Sunday, March 06, 2011

Panahi (Not) at Asia Society: The Circle

It is good to be a man in Iran, provided you do not care about religious, political, or economic liberty. However, women must endure a profoundly misogynistic and frequently brutal society that regards them as little more than the chattel of men. Jafar Panahi confronted the unjustness Iran’s treatment of women directly in The Circle, the winner of the 2000 Venice Film Festival’s Golden Lion, which was promptly banned in Iran. Not content to stop there, the Iranian government has recently barred Panahi from further filmmaking for the next twenty years and sentenced him to six years in prison. Indeed, Panahi’s circumstances only heighten the poignancy of The Circle (trailer here), which screens this Friday as the concluding film of the Asia Society’s retrospective-tribute to the persecuted filmmaker.

Solmaz Gholami (remember that name) has just given birth to a healthy baby girl. This should be happy news, but her mother is distraught. The in-laws were expecting a boy and will surely abandon their daughter-in-law and grand-daughter. The obvious high school science fact that it was the husband who failed to supply the Y chromosome is lost on such medieval fundamentalists. As Gholami’s mother seeks help from her family, Circle peels off, focusing on its next set of characters.

Three women have just been released from prison on unspecified “morals” charges. However, the Iranian system sets them up in a perverse Catch-22, kicking them loose without the necessary identification papers should they be stopped once again by the police (who are definitely out hunting for women in their situation). Lacking a male chaperone, sweet-tempered Nargess cannot take the bus trip back to her provincial home. Despondent, she seeks another friend, Pari, an escapee with even greater problems. She is four months pregnant with the child of her executed lover. From Pari, the chain continues, introducing a desperate mother and a woman arrested as a prostitute (perhaps not without some justification in her case), who ultimately brings the story to its symmetrical conclusion.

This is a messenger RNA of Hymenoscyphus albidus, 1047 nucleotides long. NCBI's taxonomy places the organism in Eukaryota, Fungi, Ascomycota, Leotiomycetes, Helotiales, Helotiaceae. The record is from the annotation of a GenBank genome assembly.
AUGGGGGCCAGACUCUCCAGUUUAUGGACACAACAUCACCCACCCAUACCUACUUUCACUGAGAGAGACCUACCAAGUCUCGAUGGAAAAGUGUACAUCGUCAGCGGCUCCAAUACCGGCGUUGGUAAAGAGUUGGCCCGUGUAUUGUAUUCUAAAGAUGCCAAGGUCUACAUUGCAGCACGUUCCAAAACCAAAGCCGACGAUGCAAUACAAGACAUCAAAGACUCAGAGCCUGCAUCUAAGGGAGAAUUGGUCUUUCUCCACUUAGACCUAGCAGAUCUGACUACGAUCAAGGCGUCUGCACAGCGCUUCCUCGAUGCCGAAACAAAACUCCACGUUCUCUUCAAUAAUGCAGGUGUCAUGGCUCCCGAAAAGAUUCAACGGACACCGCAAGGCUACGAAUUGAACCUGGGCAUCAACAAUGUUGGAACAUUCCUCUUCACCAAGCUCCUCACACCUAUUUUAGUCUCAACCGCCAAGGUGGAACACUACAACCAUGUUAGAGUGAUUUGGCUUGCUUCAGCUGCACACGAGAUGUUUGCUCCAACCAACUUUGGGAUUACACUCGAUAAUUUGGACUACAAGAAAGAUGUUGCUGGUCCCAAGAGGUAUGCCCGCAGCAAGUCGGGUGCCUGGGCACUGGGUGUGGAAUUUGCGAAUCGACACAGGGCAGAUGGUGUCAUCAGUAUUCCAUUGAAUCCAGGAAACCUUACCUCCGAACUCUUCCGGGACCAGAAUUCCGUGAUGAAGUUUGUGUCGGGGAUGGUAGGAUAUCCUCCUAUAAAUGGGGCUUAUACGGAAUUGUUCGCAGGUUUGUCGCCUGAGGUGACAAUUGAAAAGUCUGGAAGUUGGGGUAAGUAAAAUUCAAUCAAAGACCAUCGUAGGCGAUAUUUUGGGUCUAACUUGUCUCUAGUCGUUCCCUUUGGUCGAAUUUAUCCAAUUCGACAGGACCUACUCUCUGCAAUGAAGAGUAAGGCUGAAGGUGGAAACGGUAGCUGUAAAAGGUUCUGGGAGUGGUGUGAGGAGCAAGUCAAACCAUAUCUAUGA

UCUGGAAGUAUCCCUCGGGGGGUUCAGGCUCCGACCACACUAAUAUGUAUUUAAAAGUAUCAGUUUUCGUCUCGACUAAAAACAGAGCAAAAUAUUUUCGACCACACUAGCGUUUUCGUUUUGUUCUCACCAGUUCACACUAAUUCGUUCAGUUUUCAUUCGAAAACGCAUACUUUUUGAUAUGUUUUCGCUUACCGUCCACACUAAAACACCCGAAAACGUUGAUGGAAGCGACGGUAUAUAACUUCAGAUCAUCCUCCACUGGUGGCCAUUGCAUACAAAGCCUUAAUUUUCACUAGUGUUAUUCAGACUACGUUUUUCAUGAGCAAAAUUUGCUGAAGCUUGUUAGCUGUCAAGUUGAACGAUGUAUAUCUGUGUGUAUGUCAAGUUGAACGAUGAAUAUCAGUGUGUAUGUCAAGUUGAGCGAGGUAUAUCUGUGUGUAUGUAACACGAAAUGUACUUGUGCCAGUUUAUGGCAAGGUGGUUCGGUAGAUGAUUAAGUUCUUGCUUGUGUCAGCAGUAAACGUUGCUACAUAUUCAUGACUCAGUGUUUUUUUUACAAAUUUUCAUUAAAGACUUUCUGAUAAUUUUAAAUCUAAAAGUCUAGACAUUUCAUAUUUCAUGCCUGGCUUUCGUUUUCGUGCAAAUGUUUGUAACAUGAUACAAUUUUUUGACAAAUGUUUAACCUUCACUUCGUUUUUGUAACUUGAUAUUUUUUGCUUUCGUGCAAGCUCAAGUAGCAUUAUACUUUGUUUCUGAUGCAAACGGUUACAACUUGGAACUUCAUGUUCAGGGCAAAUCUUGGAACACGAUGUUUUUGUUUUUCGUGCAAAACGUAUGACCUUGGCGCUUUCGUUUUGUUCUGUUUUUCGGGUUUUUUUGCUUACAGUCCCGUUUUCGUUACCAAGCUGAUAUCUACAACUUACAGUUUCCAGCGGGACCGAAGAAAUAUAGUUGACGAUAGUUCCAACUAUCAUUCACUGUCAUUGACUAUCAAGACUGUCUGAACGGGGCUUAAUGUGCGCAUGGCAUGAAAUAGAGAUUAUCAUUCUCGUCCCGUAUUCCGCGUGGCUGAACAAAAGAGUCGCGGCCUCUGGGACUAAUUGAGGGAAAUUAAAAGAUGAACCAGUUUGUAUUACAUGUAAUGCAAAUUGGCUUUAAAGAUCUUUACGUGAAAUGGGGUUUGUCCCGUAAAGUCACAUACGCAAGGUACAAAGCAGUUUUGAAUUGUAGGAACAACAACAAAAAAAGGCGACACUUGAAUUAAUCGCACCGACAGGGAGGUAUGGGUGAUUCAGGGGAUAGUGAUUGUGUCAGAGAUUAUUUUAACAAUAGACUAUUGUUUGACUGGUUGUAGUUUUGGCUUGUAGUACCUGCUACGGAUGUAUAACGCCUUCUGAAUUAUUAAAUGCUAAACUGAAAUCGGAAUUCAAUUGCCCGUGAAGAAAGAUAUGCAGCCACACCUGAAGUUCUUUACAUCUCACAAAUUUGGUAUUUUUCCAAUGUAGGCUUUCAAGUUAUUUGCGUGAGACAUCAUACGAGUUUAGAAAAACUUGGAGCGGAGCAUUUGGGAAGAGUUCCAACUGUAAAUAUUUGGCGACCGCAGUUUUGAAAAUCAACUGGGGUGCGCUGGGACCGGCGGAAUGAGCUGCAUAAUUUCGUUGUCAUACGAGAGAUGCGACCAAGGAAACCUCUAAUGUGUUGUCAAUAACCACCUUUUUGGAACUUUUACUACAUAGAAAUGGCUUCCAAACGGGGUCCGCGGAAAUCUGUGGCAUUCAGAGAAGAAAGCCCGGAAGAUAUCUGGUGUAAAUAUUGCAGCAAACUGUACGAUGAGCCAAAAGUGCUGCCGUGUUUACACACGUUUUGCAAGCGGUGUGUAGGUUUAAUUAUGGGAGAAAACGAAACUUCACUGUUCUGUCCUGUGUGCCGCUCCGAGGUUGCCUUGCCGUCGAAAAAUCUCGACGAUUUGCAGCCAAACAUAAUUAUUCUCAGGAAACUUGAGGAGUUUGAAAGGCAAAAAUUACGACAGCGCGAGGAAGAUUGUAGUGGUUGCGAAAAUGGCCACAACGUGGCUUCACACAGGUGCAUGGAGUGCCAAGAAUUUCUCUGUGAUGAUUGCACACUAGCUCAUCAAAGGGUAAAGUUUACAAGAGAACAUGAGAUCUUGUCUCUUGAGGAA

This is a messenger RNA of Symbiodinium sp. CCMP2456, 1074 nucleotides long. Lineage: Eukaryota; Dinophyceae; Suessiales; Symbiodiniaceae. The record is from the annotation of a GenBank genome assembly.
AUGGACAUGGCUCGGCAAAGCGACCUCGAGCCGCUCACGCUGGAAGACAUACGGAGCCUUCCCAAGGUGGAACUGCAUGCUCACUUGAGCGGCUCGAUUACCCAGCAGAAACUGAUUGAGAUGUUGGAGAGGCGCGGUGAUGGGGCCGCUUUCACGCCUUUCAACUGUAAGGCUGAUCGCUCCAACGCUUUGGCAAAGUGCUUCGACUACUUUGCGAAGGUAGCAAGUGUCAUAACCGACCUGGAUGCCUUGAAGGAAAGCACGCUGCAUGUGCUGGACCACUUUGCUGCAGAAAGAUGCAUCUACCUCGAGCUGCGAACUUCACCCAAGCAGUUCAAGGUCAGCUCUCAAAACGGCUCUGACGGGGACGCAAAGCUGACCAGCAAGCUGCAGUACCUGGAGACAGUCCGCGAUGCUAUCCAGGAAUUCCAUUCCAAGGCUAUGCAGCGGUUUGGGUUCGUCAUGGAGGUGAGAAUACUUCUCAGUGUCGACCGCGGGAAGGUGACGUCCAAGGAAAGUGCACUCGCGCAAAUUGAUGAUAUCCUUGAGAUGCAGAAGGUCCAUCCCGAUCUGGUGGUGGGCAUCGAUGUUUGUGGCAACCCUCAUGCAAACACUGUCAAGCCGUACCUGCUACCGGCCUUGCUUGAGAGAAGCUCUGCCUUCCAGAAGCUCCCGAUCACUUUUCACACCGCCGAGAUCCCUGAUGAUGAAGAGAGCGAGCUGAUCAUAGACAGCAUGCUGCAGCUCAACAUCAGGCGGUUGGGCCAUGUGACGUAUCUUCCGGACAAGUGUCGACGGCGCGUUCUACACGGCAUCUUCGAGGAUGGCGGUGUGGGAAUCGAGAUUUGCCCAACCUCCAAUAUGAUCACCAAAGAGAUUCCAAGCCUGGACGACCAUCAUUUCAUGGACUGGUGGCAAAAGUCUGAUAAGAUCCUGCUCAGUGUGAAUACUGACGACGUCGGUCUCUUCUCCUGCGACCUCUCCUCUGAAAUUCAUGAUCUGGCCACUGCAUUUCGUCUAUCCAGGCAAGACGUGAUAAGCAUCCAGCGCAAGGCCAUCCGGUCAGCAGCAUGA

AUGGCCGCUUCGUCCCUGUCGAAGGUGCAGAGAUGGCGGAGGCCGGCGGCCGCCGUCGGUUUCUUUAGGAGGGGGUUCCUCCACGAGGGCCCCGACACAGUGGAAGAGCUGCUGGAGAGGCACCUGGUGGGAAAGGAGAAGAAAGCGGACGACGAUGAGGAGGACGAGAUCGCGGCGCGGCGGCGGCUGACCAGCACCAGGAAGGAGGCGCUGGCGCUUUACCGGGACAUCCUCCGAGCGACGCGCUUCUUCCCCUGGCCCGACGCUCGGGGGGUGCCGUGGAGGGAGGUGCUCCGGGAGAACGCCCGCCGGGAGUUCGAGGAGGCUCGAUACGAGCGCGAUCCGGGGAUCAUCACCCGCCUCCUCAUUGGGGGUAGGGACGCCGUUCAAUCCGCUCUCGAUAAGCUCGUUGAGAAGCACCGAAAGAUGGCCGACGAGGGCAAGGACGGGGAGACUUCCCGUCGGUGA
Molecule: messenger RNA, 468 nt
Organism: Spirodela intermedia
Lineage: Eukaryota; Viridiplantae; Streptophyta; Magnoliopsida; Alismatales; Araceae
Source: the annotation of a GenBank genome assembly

Sexism is a wholly insufficient term for the abuses Circle dramatizes. A stinging indictment, but also an honest, frequently moving human drama, it is not hard to see how it ran afoul of the state censors. Yet, the film is not just a testament to Panahi’s artistic integrity. The cast deserves tremendous credit, especially those playing fallen women while living under in a literal-minded fundamentalist theocracy. Though Circle is the only credit listed on IMDB for many of the actresses, their work has a powerful immediacy. They are frighteningly believable. Yet, perhaps most haunting is Nargess Mamizadeh as her namesake. Young and innocent, to paraphrase the tagline of one of Circle’s international posters, she could only be guilty of being a woman.

To be banned by the mullahs might be a greater accolade than the raft of awards Circle won on the international festival circuit. Of course, the repercussions for Panahi have been severe. A truly bold film, Circle has only appreciated in importance and relevance with the regime’s campaign against the filmmaker. Highly recommended, it screens this Friday (3/11) at the Asia Society—and once again, tickets are free.